Philip Greenwood Demonstration Evening 13-September-2017
Philip has been a woodturner since 1986 and is based near York from where he makes his living turning and running 1:1 courses.
His demonstration for us was the turning and construction of a 3 part ear-ring stand (base, spindle and top). The design of the piece requires 12 or 24 (better) equally spaced holes to be drilled around the edge; the wood used is not important, but must be bone dry to reduce the possibility of the top splitting when holes are being drilled very close to the edge.
Since many of us don’t have lathes with a built-in indexing facility, Philip demonstrated how to make a home-made indexing system comprising three pieces (see pictures) …
• Part 1 is a circle of hardboard with the external diameter being large enough to allow a ring of holes to be drilled at the same diameter as required in the ear-ring stand. 24 holes are marked out using a protractor (15 degrees apart) and drilled, then a centre hole is drilled in the hardboard at the same diameter as the lathe spindle. This ring is mounted behind the chuck when the drilling is to be done.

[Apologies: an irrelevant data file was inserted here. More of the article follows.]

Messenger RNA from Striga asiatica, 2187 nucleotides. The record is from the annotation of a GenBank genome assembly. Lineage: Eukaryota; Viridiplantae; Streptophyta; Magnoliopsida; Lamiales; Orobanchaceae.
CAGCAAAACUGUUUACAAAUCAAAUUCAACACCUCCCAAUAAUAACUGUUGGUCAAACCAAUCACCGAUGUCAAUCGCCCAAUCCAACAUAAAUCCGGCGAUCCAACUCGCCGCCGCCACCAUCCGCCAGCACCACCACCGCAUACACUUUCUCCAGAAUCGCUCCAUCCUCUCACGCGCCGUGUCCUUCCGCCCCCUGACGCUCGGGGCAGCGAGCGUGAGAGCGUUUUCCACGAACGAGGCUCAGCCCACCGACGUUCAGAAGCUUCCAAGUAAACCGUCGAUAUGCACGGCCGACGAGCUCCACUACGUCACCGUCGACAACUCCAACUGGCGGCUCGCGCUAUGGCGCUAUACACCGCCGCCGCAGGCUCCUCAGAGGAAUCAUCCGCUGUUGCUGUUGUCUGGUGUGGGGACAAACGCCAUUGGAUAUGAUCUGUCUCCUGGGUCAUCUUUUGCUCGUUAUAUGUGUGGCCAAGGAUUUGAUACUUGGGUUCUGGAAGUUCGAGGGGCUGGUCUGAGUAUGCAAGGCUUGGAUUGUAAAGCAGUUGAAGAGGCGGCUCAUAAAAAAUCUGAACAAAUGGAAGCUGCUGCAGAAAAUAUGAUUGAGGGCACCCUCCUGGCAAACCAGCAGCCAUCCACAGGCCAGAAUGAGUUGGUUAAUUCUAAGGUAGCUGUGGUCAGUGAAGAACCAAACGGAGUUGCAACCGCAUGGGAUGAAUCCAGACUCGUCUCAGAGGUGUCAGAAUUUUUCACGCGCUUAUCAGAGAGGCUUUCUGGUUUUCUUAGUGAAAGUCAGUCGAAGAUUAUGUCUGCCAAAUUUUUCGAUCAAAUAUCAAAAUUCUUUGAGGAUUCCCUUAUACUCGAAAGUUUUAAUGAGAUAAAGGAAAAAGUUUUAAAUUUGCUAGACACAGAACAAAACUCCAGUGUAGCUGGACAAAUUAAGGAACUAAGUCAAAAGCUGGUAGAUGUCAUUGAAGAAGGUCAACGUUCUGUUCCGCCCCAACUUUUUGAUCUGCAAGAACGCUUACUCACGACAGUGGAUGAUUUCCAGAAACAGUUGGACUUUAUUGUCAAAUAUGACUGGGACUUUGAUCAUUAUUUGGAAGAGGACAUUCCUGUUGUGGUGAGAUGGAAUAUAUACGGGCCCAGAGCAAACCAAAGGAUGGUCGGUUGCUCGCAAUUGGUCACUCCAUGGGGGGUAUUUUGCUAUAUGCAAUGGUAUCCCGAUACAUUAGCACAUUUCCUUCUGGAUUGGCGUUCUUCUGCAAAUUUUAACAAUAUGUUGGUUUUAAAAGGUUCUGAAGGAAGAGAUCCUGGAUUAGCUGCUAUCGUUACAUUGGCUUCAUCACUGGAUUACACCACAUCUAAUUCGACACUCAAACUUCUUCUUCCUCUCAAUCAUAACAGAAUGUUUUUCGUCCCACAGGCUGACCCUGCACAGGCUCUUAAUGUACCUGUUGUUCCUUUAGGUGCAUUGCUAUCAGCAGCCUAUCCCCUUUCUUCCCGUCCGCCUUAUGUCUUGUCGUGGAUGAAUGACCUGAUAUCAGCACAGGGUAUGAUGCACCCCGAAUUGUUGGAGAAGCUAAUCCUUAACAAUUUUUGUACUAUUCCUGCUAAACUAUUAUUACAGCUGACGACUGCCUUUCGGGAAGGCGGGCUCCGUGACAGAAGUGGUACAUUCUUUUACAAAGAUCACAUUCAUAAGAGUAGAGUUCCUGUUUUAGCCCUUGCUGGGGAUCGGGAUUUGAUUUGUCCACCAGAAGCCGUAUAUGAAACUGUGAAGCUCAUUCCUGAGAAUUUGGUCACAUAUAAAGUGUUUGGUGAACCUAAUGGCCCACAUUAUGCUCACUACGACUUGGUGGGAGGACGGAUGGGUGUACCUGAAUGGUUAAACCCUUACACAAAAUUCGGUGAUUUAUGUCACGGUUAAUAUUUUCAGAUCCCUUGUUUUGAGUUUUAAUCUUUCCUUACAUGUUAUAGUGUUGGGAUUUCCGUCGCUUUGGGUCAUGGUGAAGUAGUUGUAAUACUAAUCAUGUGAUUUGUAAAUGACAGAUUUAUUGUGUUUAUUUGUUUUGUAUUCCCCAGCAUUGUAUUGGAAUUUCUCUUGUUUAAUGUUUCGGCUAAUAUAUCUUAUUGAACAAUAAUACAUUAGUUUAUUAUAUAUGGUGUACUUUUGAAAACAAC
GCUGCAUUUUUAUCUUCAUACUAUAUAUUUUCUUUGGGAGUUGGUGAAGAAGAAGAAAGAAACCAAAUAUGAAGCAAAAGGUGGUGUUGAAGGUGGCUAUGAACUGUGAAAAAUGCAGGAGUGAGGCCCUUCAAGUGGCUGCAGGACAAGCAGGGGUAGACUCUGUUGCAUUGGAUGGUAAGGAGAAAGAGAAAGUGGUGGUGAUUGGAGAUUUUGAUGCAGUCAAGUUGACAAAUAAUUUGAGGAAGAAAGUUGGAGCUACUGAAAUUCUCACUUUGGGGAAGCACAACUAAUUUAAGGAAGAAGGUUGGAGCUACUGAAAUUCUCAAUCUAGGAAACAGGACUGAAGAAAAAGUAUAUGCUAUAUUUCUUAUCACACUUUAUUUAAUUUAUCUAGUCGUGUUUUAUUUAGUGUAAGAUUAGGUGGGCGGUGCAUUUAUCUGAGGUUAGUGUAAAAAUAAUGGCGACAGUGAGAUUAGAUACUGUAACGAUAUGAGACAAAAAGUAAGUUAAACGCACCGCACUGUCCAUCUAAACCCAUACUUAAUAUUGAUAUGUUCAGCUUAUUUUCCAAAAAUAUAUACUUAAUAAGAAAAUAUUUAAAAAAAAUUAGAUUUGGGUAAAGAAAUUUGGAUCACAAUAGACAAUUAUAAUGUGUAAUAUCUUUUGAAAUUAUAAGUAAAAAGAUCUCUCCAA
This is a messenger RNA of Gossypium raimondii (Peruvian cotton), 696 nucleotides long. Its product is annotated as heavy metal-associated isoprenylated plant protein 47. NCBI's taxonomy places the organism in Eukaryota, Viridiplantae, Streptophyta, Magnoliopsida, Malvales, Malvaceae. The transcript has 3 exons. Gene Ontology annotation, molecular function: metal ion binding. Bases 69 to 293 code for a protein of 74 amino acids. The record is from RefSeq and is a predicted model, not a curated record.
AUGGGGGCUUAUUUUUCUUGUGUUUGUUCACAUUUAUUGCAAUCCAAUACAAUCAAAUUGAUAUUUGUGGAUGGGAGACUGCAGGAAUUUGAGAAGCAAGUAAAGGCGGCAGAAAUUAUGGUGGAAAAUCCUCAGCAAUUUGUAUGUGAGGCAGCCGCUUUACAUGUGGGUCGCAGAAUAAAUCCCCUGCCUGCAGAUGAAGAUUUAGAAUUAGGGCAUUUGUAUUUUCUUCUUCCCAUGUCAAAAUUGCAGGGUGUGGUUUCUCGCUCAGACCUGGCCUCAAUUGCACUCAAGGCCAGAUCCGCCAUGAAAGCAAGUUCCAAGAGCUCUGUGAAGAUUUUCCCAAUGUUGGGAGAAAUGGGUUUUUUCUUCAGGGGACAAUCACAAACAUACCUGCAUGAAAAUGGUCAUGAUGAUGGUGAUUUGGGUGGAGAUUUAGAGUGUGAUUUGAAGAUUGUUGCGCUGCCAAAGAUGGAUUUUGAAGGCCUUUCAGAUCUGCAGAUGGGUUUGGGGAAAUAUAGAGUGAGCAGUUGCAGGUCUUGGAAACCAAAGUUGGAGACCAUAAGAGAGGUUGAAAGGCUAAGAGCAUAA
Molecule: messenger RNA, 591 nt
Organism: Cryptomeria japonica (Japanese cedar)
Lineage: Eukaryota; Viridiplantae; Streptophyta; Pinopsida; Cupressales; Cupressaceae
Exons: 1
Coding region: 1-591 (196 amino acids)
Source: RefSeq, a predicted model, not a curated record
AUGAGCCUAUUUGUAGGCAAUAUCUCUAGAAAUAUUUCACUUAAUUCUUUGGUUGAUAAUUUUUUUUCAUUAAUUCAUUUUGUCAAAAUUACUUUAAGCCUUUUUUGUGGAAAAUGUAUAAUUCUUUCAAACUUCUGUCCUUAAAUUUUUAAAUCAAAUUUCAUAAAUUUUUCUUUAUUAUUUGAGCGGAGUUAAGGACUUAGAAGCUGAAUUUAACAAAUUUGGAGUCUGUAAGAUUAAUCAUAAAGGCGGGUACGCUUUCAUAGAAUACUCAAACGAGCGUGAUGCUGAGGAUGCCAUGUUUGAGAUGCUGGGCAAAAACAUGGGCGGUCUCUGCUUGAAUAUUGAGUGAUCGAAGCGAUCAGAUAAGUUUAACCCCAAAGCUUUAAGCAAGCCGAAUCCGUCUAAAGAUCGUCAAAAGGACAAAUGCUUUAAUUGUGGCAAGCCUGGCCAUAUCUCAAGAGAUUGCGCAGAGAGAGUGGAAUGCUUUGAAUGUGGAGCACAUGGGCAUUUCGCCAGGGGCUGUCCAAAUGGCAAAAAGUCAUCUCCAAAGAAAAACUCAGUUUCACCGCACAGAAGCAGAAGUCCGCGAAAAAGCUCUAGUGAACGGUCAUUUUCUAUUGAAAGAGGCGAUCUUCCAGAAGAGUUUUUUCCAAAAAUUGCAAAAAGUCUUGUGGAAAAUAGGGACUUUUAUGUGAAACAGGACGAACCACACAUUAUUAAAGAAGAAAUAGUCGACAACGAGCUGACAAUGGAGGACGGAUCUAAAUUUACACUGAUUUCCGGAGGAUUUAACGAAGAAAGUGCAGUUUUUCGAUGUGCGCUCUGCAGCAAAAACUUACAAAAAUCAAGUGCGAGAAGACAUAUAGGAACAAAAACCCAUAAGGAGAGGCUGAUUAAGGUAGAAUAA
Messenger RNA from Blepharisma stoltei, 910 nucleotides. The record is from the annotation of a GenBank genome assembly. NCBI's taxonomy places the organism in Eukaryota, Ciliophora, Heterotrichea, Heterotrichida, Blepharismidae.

• Part 2 is a block of wood that can be clamped to the lathe bed. This block has a piece of metal (eg. from a coat hanger) mounted near one end with a 90 degree bend at the top. The bent end of the metal spike is the same diameter as the 24 holes in the hardboard circle.
• Part 3 is a simple spindle sized to fit in the tool rest with a hole drilled at the top at the centre height of the chuck. This allows a drill bit to pass through and encounter the work piece accurately at the centre height.
The top piece was mounted on a screw chuck with a packing piece to ensure the screw didn’t go too deep into the wood. Philip turned the top piece round using a 50 degree bowl gouge, starting his cut on the wood (ie working from wood to edge). He starts with the handle down, touches the bevel to the wood and raises the handle gently until it starts cutting.
Once round, the face was then trued up (this will be the top face) leaving a spigot to be used for mounting for working on the underside of the top. The piece was then turned and mounted on the newly created spigot, the edge re-trued and another spigot cut to enable working on the top face. Next, the underside was shaped using the bowl gouge and a curved scraper used very slowly/gently to get a nice finish.
The chuck (with work still attached) was removed to allow the indexing ring to be fitted and then clamped in place by the chuck being replaced. Now 24 holes could be drilled using the 3 part indexing system (Philip only drilled about 3 holes rather than bore us by drilling all of them !). The holes do not have to be drilled all the way through, reducing the risk of tearing and splitting on the top surface, but must be drilled around 8mm deep so that they will be exposed when the top surface is turned down